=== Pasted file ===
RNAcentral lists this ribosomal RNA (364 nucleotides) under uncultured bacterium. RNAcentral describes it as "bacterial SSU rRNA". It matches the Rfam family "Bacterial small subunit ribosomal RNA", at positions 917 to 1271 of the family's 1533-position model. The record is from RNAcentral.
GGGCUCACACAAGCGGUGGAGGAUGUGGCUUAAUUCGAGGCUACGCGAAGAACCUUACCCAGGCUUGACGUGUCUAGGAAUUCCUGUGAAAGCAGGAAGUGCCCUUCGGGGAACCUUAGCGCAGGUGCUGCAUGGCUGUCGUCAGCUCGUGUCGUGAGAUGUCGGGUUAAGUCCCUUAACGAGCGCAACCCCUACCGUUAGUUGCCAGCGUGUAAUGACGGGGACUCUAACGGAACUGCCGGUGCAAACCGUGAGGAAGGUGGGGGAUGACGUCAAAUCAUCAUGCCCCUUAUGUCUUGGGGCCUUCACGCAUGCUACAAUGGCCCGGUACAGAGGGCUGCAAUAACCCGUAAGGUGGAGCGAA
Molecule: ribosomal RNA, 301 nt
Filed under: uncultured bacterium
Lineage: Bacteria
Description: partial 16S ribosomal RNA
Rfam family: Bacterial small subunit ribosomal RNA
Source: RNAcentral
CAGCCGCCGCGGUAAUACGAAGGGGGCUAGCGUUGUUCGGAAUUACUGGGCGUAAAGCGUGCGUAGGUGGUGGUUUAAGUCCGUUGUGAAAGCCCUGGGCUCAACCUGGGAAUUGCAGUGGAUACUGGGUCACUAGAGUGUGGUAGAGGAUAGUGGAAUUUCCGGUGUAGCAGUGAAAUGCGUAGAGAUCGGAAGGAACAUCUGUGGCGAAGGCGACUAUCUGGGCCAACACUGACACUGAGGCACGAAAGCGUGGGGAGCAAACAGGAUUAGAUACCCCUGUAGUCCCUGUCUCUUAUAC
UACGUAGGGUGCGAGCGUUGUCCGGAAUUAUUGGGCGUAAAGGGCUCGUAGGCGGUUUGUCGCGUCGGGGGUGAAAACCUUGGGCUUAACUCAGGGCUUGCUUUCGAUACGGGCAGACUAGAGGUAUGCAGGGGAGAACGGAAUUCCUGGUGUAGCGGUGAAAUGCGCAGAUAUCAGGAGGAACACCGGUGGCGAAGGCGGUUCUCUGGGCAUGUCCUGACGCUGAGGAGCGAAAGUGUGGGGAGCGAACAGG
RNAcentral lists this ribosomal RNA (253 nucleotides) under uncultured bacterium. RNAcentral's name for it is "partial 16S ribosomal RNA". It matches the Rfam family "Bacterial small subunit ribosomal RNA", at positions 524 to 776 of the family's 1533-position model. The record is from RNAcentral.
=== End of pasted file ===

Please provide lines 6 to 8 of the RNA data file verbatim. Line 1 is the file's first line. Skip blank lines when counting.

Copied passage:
Description: partial 16S ribosomal RNA
Rfam family: Bacterial small subunit ribosomal RNA
Source: RNAcentral